Leipzig & my last days in Berlin

On my weekend off from class, the school arranged a day tour of Leipzig, Germany, which was home to Johann Sebastian Bach. Leipzig is a beautiful city with a classic European charm (think lots of churches, cobblestone, and fountains). The tour guides only spoke German to us, which posed a problem for those of us in the A1 level language course. However, I managed not to get lost the whole day, and I met people from the higher level classes who taught me to play poker on the train. We also toured the Zeitgeschichtliches Forum Leipzig, which was an interesting museum about Soviet-occupied Germany.



Guess who?

Back in Berlin, I had a mishap that almost ended my life. On my way to school, I tried to cross the railroad tracks just as a tram rounded the corner and almost hit me. I noticed many people don’t pay attention to the pedestrian signs (including me), but this is quite dangerous in a city with multiple transportation lines. I’ve learned my lesson, though, and I’m glad I’m still here to tell the tale and warn others!


Demonstration for an International Peace Law, featuring culturally diverse dance groups in front of the Brandenburg Gate

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Charlottenburg Palace 


The small lake close to my apartment is a hot spot for German beachgoers

It was bittersweet to end German class and say goodbye to all the people I met. I especially was a bit sad to leave my host family, since they’ve been so amazing to me. Just an interesting aside I learned:  my host mom told me that Spike actually won a newspaper entry contest for Berlin’s cutest dog when he was about 3 years old.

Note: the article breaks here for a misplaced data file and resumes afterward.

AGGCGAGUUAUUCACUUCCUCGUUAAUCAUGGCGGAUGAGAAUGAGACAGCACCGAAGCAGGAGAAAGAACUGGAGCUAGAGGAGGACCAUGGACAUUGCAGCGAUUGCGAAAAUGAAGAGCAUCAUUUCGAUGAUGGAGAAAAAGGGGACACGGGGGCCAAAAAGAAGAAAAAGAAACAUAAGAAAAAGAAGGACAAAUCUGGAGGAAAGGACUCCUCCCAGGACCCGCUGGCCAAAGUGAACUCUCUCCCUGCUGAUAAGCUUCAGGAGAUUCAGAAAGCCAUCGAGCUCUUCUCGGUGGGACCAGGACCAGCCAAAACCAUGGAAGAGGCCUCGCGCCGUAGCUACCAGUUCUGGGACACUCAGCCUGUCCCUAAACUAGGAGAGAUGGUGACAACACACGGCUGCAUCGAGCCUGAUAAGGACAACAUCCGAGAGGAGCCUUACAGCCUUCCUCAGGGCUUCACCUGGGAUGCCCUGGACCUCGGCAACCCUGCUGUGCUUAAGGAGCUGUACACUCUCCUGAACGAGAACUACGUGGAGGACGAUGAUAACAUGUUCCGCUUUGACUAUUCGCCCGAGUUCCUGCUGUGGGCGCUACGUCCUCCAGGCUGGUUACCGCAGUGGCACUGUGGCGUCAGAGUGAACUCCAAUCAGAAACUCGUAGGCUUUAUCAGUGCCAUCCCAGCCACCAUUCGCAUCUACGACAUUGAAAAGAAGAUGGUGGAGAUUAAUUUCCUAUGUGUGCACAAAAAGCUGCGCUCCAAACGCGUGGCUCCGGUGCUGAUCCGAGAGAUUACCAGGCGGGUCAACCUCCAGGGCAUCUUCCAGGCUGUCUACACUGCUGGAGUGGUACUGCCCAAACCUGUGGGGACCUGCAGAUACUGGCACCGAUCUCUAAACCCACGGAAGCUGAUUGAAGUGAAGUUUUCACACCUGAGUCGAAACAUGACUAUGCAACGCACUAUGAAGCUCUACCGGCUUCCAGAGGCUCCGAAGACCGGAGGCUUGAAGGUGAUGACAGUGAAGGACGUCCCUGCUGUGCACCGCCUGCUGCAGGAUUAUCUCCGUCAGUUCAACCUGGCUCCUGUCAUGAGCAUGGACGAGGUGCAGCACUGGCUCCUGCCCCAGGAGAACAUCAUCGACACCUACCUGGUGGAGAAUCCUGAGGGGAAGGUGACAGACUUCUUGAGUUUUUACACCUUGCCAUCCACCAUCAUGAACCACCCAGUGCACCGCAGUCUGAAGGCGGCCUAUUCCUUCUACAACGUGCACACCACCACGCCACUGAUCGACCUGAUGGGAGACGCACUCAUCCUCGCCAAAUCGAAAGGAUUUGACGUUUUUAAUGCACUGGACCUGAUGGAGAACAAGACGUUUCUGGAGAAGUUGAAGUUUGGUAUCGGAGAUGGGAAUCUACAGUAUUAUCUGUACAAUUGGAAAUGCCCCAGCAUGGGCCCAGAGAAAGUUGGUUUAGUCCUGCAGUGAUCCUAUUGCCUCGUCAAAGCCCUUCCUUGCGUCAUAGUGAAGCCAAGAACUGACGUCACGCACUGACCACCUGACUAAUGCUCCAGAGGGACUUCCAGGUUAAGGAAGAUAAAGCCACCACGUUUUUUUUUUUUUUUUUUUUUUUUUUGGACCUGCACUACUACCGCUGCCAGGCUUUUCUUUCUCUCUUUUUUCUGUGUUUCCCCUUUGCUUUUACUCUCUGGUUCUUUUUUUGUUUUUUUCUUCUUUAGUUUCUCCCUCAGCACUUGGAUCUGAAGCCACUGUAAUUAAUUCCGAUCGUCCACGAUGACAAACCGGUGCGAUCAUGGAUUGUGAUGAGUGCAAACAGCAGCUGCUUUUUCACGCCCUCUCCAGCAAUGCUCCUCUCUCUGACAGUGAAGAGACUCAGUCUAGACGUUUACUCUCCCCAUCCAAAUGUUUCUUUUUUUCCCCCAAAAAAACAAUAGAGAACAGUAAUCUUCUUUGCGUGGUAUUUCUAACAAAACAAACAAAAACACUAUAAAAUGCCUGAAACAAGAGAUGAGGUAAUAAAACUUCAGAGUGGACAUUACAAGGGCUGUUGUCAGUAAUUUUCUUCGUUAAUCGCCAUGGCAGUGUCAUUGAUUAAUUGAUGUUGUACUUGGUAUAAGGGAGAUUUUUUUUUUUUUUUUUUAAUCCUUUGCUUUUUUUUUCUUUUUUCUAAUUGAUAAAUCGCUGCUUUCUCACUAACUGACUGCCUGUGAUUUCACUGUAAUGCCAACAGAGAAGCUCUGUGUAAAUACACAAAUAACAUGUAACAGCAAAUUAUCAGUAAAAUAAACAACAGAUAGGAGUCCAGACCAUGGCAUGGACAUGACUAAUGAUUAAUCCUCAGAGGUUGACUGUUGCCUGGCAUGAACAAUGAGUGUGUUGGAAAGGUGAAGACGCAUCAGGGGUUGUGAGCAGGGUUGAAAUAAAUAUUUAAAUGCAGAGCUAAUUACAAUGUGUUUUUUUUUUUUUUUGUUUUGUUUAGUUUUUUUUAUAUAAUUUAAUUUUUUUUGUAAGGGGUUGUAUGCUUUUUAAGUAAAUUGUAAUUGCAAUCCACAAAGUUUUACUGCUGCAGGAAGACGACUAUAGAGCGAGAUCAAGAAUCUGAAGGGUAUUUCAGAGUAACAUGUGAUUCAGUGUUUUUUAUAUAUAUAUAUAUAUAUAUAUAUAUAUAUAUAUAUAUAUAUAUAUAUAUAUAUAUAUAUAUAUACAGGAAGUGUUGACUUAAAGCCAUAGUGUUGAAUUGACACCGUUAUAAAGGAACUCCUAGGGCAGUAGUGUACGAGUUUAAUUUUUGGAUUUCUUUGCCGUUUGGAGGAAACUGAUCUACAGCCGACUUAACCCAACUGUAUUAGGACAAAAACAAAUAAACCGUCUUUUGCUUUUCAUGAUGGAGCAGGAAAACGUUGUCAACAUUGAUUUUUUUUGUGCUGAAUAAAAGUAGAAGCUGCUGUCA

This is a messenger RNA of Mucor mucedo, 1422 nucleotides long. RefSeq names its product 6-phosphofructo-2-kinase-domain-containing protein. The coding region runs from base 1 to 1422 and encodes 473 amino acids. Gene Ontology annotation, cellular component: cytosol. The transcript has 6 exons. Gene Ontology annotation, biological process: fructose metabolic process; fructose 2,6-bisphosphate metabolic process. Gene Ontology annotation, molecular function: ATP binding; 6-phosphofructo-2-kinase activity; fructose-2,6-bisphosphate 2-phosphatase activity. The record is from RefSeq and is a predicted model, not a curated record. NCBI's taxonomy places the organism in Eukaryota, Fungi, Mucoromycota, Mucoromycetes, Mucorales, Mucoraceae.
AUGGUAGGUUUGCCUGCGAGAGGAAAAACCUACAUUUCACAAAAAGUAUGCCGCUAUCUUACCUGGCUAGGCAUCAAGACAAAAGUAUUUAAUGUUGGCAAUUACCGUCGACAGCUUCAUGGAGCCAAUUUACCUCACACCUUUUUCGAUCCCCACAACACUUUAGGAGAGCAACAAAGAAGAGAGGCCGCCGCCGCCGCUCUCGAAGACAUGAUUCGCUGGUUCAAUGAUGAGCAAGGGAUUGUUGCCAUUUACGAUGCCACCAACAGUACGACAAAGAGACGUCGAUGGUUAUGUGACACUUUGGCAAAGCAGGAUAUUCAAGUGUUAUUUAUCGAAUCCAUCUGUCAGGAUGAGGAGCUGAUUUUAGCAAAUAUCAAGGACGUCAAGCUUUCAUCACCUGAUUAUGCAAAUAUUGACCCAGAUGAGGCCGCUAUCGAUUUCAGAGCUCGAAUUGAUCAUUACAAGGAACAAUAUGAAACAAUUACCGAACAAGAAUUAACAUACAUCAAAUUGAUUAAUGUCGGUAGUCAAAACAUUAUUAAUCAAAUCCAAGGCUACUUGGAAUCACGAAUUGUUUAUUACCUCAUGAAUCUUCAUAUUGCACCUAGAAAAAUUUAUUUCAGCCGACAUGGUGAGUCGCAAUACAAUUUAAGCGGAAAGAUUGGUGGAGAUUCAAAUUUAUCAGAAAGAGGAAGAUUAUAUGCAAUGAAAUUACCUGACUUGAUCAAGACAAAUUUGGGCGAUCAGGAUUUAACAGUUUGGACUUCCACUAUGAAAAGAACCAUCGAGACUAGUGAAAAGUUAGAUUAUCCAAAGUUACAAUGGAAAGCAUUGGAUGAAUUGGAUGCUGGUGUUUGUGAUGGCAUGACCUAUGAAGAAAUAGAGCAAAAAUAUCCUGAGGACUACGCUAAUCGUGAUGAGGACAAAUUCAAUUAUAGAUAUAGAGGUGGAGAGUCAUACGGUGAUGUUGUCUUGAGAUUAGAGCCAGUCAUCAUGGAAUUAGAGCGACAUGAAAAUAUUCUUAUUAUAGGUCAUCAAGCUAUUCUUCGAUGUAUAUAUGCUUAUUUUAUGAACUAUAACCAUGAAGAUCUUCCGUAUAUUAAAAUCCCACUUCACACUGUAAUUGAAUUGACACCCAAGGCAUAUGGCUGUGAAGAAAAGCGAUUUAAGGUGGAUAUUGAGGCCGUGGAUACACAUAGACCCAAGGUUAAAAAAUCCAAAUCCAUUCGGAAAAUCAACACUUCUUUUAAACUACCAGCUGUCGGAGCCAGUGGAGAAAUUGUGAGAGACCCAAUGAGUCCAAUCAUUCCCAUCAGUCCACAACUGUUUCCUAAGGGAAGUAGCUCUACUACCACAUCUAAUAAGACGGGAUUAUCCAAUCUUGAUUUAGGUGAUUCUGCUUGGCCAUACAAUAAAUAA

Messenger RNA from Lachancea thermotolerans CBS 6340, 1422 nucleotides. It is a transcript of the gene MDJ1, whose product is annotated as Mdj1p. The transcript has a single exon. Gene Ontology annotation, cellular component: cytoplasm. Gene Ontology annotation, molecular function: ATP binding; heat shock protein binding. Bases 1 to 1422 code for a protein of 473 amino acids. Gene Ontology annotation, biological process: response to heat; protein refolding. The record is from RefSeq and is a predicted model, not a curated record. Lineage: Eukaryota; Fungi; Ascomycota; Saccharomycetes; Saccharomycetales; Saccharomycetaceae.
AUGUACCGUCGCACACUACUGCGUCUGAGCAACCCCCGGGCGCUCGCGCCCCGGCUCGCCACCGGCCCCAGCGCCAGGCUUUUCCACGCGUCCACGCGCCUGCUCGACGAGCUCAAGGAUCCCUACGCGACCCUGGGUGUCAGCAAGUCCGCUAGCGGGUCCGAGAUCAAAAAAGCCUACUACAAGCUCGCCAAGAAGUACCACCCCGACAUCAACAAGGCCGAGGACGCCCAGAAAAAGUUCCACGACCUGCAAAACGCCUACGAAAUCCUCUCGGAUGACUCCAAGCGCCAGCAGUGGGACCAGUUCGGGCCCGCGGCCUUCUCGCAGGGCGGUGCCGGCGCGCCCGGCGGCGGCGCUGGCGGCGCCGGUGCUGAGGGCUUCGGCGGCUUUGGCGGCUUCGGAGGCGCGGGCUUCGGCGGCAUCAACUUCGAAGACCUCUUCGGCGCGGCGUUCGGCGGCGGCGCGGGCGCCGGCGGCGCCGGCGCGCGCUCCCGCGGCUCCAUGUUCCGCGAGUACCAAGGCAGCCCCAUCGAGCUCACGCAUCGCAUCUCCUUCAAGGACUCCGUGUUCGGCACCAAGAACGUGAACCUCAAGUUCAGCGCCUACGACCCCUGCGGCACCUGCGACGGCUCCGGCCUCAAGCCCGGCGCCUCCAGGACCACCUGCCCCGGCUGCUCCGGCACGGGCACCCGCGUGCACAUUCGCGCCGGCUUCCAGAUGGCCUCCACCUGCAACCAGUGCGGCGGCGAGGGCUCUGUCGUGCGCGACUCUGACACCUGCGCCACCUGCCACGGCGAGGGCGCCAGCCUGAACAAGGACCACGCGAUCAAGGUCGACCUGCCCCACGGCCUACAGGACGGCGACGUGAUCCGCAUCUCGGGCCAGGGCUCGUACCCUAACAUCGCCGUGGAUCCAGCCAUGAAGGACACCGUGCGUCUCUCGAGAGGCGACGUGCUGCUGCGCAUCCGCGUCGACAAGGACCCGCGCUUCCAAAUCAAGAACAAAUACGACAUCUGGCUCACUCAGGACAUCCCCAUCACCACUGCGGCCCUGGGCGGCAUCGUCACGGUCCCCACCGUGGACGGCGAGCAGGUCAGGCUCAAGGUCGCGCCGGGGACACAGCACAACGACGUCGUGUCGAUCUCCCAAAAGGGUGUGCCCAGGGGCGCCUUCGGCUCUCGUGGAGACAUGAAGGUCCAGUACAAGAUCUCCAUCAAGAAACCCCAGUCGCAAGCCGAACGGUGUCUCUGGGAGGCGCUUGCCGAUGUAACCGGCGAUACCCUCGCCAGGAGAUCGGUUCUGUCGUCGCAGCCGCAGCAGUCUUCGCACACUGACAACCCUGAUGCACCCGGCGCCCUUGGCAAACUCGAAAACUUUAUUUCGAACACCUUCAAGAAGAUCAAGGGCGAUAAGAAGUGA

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Berlin’s No.1 cutest dog

BTW, I am no A1.1 German level certified! That means I can say my numbers and order some food in German. Hopefully that will be enough to survive for the next 3 months.



Berlin is truly a magical city. I feel like I’ve already explored so much of the city, but then I turn around the corner and without fail, there’s always new discoveries to be made. The nice thing about the city is that everything is connected by the bus, tram, U and S-bahns, and apparently ferries? If you buy one transportation ticket, you can ride all the transportation lines for an unlimited number of times. Is navigation complicated? Yes, but definitely doable. I am directionally-challenged to the worst degree, but I’ve managed to find my way to school and back in a 40-60 minute commute every morning.

I love my host mom. She likes to knock on my door just to have a conversation about my day. According to the other interns from my class, I really lucked out. My host mom speaks good English, she likes to talk to me, and she lets me mooch off her wifi.

My language teacher, Konstantin, is super funny and awesome. He’s led us in German raps and the other day, he brought a ukulele to class and sang to us in German. There’s also a man in an apartment across the language institute. He’s become a familiar sight to all of us, since he’s always standing on his balcony in the same purple and tie-dye pajamas, smoking. We’ve nicknamed him Jerry and made jokes about him in German.

Some observations I’ve made:

  • German eat a lot of meat, cheese, bread, and cabbage. A typical breakfast is some variety of meat and cheese sandwich.
  • Mohawks are definitely in style.
  • Food is very inexpensive but German Starbucks is terribly expensive.
  • There is no free water at restaurants. Water is priced very high in Germany.